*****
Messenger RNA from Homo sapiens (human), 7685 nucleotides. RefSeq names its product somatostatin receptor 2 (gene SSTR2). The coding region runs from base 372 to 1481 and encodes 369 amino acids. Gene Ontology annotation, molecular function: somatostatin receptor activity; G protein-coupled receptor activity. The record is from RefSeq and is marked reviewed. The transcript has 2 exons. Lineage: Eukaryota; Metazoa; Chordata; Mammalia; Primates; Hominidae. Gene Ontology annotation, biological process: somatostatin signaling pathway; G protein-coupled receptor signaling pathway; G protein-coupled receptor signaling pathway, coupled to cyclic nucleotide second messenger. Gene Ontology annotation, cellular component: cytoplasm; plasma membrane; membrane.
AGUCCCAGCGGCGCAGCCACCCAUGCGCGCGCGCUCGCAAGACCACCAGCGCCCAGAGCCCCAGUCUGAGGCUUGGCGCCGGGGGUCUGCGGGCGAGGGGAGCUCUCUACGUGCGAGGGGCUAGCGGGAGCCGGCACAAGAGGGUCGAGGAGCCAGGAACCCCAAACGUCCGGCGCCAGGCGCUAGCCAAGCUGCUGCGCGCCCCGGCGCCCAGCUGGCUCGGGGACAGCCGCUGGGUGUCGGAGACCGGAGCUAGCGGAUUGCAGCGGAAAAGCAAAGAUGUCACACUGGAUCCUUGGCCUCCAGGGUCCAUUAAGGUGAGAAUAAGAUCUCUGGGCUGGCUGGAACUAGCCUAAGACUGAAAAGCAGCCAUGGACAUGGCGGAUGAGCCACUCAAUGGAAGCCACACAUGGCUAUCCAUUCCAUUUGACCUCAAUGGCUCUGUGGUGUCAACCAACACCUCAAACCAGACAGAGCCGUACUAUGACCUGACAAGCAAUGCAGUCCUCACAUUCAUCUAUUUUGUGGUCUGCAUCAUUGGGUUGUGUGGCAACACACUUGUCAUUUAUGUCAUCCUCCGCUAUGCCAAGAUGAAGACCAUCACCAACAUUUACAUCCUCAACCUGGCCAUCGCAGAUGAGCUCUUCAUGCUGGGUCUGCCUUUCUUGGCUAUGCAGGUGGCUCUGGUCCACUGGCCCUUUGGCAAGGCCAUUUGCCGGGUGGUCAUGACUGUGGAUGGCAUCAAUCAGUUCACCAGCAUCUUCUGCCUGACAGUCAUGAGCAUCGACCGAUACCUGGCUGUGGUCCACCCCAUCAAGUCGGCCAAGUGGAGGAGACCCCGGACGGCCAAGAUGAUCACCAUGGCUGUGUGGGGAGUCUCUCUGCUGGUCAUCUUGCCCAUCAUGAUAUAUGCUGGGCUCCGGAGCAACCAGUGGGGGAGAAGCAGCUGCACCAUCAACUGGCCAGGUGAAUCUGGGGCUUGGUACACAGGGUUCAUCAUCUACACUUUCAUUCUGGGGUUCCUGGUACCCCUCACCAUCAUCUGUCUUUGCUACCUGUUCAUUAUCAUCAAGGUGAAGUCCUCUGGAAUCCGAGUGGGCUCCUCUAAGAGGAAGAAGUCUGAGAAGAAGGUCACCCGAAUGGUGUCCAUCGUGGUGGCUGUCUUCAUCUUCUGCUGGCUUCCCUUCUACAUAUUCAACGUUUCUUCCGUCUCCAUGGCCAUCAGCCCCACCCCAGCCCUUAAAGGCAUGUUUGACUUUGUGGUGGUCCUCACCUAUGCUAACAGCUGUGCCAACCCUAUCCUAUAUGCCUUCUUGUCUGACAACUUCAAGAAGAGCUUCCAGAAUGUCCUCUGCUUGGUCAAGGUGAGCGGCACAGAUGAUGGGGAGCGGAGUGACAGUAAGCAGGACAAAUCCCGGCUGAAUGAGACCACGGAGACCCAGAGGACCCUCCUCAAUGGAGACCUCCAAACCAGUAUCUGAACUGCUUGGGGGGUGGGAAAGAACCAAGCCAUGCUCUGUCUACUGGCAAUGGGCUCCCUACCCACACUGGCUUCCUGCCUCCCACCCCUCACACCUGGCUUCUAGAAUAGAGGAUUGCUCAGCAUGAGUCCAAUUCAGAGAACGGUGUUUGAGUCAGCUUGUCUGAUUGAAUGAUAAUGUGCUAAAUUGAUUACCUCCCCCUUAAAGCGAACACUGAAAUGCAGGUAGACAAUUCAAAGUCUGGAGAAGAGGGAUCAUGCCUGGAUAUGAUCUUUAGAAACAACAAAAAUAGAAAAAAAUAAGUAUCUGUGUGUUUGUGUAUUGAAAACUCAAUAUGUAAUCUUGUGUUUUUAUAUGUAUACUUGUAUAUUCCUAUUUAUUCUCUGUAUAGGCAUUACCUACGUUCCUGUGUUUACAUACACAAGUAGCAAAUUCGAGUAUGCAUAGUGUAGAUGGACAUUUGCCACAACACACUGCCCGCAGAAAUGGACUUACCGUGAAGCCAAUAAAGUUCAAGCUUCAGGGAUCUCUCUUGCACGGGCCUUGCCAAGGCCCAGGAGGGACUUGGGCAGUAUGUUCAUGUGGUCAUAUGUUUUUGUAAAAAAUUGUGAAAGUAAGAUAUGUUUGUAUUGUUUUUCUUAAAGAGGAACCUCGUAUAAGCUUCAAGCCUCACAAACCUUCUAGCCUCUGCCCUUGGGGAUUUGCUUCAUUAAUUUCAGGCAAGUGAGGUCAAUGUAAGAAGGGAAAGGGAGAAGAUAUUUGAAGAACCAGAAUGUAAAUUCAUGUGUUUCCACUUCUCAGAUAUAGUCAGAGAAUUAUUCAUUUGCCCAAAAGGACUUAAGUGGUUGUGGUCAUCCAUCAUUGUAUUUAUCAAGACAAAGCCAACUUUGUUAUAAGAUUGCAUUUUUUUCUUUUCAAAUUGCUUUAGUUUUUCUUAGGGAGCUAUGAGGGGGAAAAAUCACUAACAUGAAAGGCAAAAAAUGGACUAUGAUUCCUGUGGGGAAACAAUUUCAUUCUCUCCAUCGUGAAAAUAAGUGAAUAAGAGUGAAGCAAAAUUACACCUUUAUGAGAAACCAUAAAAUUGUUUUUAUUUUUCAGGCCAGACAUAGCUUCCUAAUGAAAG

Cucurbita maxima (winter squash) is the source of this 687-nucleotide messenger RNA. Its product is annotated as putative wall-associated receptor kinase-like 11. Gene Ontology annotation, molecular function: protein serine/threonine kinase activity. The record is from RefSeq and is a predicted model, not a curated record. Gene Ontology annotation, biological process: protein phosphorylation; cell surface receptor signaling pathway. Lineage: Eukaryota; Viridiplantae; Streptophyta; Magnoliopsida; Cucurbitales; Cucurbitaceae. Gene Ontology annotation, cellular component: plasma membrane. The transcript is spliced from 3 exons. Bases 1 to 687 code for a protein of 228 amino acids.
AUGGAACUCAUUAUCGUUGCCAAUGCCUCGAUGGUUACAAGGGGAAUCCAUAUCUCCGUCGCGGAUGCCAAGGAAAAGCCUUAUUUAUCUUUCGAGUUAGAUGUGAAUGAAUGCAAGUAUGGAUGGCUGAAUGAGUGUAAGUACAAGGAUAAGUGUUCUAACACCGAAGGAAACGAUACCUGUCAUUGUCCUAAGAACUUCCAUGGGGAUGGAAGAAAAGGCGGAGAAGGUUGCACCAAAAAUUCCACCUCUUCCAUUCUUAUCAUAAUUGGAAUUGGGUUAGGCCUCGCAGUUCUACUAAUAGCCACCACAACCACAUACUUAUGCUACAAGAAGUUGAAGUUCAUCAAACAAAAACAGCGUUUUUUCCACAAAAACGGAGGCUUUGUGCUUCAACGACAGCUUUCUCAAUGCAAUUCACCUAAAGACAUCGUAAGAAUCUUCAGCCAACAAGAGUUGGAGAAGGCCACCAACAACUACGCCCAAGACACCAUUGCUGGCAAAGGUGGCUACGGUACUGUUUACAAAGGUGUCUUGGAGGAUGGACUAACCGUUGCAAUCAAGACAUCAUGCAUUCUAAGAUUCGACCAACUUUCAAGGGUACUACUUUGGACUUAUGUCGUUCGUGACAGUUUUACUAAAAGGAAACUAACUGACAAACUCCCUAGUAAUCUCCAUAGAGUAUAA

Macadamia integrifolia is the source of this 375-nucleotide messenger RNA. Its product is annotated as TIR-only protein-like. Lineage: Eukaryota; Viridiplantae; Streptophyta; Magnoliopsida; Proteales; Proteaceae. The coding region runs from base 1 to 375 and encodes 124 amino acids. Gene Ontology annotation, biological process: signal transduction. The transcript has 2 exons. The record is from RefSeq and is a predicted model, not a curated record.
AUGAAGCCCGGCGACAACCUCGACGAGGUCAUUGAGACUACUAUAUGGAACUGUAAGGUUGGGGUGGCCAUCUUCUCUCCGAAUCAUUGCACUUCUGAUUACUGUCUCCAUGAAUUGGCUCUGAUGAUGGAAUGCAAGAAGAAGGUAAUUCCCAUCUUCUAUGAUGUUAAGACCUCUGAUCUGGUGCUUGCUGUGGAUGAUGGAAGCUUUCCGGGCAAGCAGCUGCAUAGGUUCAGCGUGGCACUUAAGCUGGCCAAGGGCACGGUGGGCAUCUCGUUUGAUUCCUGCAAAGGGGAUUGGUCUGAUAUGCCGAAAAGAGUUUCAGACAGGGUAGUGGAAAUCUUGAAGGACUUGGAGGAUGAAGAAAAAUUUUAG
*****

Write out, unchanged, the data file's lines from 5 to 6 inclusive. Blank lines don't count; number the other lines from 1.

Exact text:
Macadamia integrifolia is the source of this 375-nucleotide messenger RNA. Its product is annotated as TIR-only protein-like. Lineage: Eukaryota; Viridiplantae; Streptophyta; Magnoliopsida; Proteales; Proteaceae. The coding region runs from base 1 to 375 and encodes 124 amino acids. Gene Ontology annotation, biological process: signal transduction. The transcript has 2 exons. The record is from RefSeq and is a predicted model, not a curated record.
AUGAAGCCCGGCGACAACCUCGACGAGGUCAUUGAGACUACUAUAUGGAACUGUAAGGUUGGGGUGGCCAUCUUCUCUCCGAAUCAUUGCACUUCUGAUUACUGUCUCCAUGAAUUGGCUCUGAUGAUGGAAUGCAAGAAGAAGGUAAUUCCCAUCUUCUAUGAUGUUAAGACCUCUGAUCUGGUGCUUGCUGUGGAUGAUGGAAGCUUUCCGGGCAAGCAGCUGCAUAGGUUCAGCGUGGCACUUAAGCUGGCCAAGGGCACGGUGGGCAUCUCGUUUGAUUCCUGCAAAGGGGAUUGGUCUGAUAUGCCGAAAAGAGUUUCAGACAGGGUAGUGGAAAUCUUGAAGGACUUGGAGGAUGAAGAAAAAUUUUAG